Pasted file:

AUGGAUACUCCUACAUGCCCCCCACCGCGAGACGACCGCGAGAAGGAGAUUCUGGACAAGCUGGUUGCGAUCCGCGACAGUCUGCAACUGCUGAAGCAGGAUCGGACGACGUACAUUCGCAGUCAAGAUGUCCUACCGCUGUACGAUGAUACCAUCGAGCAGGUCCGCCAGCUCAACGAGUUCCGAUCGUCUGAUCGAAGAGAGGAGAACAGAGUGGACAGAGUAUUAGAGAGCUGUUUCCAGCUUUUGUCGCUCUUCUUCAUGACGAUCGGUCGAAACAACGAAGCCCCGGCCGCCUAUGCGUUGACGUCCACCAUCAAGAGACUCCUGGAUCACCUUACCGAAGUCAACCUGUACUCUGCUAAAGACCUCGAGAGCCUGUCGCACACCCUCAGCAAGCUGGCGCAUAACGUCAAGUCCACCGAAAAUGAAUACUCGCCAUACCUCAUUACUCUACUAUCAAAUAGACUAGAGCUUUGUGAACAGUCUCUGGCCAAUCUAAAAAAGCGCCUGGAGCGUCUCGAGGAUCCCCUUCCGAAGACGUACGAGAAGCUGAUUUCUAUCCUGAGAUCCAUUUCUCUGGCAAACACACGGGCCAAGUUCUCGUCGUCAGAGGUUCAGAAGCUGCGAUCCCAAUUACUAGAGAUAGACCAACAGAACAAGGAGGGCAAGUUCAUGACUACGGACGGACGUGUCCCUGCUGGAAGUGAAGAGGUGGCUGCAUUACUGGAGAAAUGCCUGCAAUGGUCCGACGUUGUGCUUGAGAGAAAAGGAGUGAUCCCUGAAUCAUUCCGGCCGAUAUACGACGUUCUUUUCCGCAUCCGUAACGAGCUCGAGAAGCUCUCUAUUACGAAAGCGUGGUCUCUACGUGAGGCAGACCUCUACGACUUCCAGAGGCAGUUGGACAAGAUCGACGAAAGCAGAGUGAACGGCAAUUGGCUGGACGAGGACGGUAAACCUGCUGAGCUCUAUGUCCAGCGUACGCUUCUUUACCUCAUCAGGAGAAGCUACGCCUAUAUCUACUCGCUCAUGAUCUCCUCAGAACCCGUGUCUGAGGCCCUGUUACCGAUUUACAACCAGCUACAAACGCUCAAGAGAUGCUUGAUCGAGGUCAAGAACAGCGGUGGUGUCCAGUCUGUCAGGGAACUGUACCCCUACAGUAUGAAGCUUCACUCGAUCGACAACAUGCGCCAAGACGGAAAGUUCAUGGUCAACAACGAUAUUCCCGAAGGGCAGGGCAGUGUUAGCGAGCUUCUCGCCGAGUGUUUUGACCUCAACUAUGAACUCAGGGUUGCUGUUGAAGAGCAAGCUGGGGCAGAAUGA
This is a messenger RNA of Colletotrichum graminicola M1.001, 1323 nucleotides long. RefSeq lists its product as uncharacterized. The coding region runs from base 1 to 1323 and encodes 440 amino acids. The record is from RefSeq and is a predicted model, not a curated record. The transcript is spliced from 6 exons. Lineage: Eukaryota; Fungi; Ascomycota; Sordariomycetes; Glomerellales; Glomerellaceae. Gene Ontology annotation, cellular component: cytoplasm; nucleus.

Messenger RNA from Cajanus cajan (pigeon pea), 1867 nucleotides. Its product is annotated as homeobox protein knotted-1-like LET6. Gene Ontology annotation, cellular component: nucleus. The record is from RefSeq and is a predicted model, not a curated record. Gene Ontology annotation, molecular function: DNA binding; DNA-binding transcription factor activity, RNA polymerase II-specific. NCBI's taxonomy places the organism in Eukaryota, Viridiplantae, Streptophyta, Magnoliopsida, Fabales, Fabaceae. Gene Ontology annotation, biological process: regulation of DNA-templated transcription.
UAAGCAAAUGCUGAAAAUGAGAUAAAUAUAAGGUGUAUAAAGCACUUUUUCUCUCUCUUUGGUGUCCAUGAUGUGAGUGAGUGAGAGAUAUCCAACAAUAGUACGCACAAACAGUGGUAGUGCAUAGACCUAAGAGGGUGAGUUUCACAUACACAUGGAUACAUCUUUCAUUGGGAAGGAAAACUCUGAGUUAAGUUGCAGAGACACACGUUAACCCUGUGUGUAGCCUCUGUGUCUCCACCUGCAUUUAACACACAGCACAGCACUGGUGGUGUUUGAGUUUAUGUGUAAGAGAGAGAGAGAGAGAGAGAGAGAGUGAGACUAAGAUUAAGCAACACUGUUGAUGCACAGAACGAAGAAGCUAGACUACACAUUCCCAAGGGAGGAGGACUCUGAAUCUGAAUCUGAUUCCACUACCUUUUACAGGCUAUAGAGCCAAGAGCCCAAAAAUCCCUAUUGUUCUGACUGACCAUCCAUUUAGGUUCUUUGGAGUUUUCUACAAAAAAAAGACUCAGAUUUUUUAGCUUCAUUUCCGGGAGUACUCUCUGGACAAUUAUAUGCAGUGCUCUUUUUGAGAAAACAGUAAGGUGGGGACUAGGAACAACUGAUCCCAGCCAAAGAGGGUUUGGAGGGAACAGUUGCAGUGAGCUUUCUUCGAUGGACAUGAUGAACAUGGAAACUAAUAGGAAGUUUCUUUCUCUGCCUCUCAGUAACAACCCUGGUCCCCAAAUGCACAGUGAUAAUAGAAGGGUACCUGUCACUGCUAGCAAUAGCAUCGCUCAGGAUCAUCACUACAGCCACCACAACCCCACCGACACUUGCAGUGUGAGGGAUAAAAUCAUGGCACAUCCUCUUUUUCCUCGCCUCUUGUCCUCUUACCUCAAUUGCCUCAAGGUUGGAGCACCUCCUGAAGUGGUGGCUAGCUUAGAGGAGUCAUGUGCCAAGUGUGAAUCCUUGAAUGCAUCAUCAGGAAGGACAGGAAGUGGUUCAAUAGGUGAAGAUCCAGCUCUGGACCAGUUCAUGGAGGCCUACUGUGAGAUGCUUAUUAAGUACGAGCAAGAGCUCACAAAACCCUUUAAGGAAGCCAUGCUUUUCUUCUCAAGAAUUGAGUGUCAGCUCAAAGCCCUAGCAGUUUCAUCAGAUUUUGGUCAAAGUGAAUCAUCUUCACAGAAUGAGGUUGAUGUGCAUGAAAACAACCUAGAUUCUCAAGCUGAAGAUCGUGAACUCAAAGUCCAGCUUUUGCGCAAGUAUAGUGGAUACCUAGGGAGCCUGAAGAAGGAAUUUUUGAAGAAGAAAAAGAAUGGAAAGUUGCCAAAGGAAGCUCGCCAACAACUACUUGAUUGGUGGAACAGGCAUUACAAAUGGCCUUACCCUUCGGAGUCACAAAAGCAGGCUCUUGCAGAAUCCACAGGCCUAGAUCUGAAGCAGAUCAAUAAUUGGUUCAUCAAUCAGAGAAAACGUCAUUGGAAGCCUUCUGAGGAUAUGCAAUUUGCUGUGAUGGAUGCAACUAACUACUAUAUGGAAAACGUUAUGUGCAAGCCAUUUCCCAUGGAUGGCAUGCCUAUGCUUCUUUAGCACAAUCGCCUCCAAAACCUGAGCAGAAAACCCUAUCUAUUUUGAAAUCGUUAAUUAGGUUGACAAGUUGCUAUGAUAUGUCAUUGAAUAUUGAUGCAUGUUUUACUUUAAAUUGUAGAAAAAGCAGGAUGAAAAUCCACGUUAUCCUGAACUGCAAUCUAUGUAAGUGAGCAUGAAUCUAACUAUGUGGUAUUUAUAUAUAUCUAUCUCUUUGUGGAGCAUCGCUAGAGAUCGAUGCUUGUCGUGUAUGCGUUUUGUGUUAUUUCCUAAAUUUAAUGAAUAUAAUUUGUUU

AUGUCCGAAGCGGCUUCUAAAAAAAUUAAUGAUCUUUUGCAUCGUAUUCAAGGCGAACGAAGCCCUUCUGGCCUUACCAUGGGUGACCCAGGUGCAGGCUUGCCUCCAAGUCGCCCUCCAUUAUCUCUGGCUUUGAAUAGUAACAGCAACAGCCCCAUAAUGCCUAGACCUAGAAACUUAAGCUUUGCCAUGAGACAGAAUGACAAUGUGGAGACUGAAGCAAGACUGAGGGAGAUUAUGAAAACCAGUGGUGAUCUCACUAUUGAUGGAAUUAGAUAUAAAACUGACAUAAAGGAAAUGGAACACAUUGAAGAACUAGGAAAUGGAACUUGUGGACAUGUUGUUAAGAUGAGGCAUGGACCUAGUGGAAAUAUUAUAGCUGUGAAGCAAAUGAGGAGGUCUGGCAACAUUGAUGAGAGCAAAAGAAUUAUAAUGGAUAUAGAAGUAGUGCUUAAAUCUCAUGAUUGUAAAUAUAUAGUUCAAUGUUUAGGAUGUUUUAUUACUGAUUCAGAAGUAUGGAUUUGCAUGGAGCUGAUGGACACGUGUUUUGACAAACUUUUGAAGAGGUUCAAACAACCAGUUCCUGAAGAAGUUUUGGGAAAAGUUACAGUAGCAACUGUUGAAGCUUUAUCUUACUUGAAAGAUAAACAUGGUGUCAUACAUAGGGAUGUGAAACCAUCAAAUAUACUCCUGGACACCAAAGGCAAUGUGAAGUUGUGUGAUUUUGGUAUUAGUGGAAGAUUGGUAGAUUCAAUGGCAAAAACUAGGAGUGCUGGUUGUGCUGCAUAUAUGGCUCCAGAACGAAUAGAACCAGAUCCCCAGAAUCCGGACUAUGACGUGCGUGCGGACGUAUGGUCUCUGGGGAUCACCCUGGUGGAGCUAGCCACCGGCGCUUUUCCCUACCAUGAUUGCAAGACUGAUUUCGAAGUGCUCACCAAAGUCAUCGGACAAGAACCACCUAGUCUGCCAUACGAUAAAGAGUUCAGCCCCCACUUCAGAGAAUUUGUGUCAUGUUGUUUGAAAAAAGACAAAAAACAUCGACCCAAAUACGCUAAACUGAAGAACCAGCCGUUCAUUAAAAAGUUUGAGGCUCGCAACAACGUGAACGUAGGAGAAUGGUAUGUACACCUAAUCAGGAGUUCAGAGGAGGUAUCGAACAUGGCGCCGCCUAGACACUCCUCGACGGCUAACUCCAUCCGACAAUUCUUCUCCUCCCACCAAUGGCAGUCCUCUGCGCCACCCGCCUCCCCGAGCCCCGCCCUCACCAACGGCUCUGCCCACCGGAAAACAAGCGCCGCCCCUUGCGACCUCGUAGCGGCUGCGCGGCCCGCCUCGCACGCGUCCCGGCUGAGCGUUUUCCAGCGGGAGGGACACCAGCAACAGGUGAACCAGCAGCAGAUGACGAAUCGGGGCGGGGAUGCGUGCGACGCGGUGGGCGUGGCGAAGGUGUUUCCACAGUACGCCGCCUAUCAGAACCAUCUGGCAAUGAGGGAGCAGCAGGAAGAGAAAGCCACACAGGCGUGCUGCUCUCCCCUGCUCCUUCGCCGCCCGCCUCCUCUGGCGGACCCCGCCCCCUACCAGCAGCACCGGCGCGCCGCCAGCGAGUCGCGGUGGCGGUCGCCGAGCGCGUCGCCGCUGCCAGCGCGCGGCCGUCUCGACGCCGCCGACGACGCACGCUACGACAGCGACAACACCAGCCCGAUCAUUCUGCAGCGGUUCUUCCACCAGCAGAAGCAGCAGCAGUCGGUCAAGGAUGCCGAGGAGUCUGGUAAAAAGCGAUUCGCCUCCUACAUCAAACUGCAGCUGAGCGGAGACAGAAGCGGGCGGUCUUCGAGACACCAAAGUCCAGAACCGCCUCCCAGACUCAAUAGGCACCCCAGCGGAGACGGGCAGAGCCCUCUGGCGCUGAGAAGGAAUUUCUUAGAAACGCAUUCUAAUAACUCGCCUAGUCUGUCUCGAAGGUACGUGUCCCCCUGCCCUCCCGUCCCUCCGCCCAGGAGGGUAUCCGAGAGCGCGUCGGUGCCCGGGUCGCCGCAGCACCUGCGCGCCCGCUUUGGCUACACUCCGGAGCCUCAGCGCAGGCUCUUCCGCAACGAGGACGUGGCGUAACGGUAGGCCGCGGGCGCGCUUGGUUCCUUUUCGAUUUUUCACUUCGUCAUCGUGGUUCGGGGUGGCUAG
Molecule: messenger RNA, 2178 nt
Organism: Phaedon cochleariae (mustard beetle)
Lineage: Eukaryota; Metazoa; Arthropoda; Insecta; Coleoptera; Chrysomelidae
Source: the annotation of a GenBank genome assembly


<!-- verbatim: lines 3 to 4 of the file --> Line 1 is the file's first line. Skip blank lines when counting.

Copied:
Messenger RNA from Cajanus cajan (pigeon pea), 1867 nucleotides. Its product is annotated as homeobox protein knotted-1-like LET6. Gene Ontology annotation, cellular component: nucleus. The record is from RefSeq and is a predicted model, not a curated record. Gene Ontology annotation, molecular function: DNA binding; DNA-binding transcription factor activity, RNA polymerase II-specific. NCBI's taxonomy places the organism in Eukaryota, Viridiplantae, Streptophyta, Magnoliopsida, Fabales, Fabaceae. Gene Ontology annotation, biological process: regulation of DNA-templated transcription.
UAAGCAAAUGCUGAAAAUGAGAUAAAUAUAAGGUGUAUAAAGCACUUUUUCUCUCUCUUUGGUGUCCAUGAUGUGAGUGAGUGAGAGAUAUCCAACAAUAGUACGCACAAACAGUGGUAGUGCAUAGACCUAAGAGGGUGAGUUUCACAUACACAUGGAUACAUCUUUCAUUGGGAAGGAAAACUCUGAGUUAAGUUGCAGAGACACACGUUAACCCUGUGUGUAGCCUCUGUGUCUCCACCUGCAUUUAACACACAGCACAGCACUGGUGGUGUUUGAGUUUAUGUGUAAGAGAGAGAGAGAGAGAGAGAGAGAGUGAGACUAAGAUUAAGCAACACUGUUGAUGCACAGAACGAAGAAGCUAGACUACACAUUCCCAAGGGAGGAGGACUCUGAAUCUGAAUCUGAUUCCACUACCUUUUACAGGCUAUAGAGCCAAGAGCCCAAAAAUCCCUAUUGUUCUGACUGACCAUCCAUUUAGGUUCUUUGGAGUUUUCUACAAAAAAAAGACUCAGAUUUUUUAGCUUCAUUUCCGGGAGUACUCUCUGGACAAUUAUAUGCAGUGCUCUUUUUGAGAAAACAGUAAGGUGGGGACUAGGAACAACUGAUCCCAGCCAAAGAGGGUUUGGAGGGAACAGUUGCAGUGAGCUUUCUUCGAUGGACAUGAUGAACAUGGAAACUAAUAGGAAGUUUCUUUCUCUGCCUCUCAGUAACAACCCUGGUCCCCAAAUGCACAGUGAUAAUAGAAGGGUACCUGUCACUGCUAGCAAUAGCAUCGCUCAGGAUCAUCACUACAGCCACCACAACCCCACCGACACUUGCAGUGUGAGGGAUAAAAUCAUGGCACAUCCUCUUUUUCCUCGCCUCUUGUCCUCUUACCUCAAUUGCCUCAAGGUUGGAGCACCUCCUGAAGUGGUGGCUAGCUUAGAGGAGUCAUGUGCCAAGUGUGAAUCCUUGAAUGCAUCAUCAGGAAGGACAGGAAGUGGUUCAAUAGGUGAAGAUCCAGCUCUGGACCAGUUCAUGGAGGCCUACUGUGAGAUGCUUAUUAAGUACGAGCAAGAGCUCACAAAACCCUUUAAGGAAGCCAUGCUUUUCUUCUCAAGAAUUGAGUGUCAGCUCAAAGCCCUAGCAGUUUCAUCAGAUUUUGGUCAAAGUGAAUCAUCUUCACAGAAUGAGGUUGAUGUGCAUGAAAACAACCUAGAUUCUCAAGCUGAAGAUCGUGAACUCAAAGUCCAGCUUUUGCGCAAGUAUAGUGGAUACCUAGGGAGCCUGAAGAAGGAAUUUUUGAAGAAGAAAAAGAAUGGAAAGUUGCCAAAGGAAGCUCGCCAACAACUACUUGAUUGGUGGAACAGGCAUUACAAAUGGCCUUACCCUUCGGAGUCACAAAAGCAGGCUCUUGCAGAAUCCACAGGCCUAGAUCUGAAGCAGAUCAAUAAUUGGUUCAUCAAUCAGAGAAAACGUCAUUGGAAGCCUUCUGAGGAUAUGCAAUUUGCUGUGAUGGAUGCAACUAACUACUAUAUGGAAAACGUUAUGUGCAAGCCAUUUCCCAUGGAUGGCAUGCCUAUGCUUCUUUAGCACAAUCGCCUCCAAAACCUGAGCAGAAAACCCUAUCUAUUUUGAAAUCGUUAAUUAGGUUGACAAGUUGCUAUGAUAUGUCAUUGAAUAUUGAUGCAUGUUUUACUUUAAAUUGUAGAAAAAGCAGGAUGAAAAUCCACGUUAUCCUGAACUGCAAUCUAUGUAAGUGAGCAUGAAUCUAACUAUGUGGUAUUUAUAUAUAUCUAUCUCUUUGUGGAGCAUCGCUAGAGAUCGAUGCUUGUCGUGUAUGCGUUUUGUGUUAUUUCCUAAAUUUAAUGAAUAUAAUUUGUUU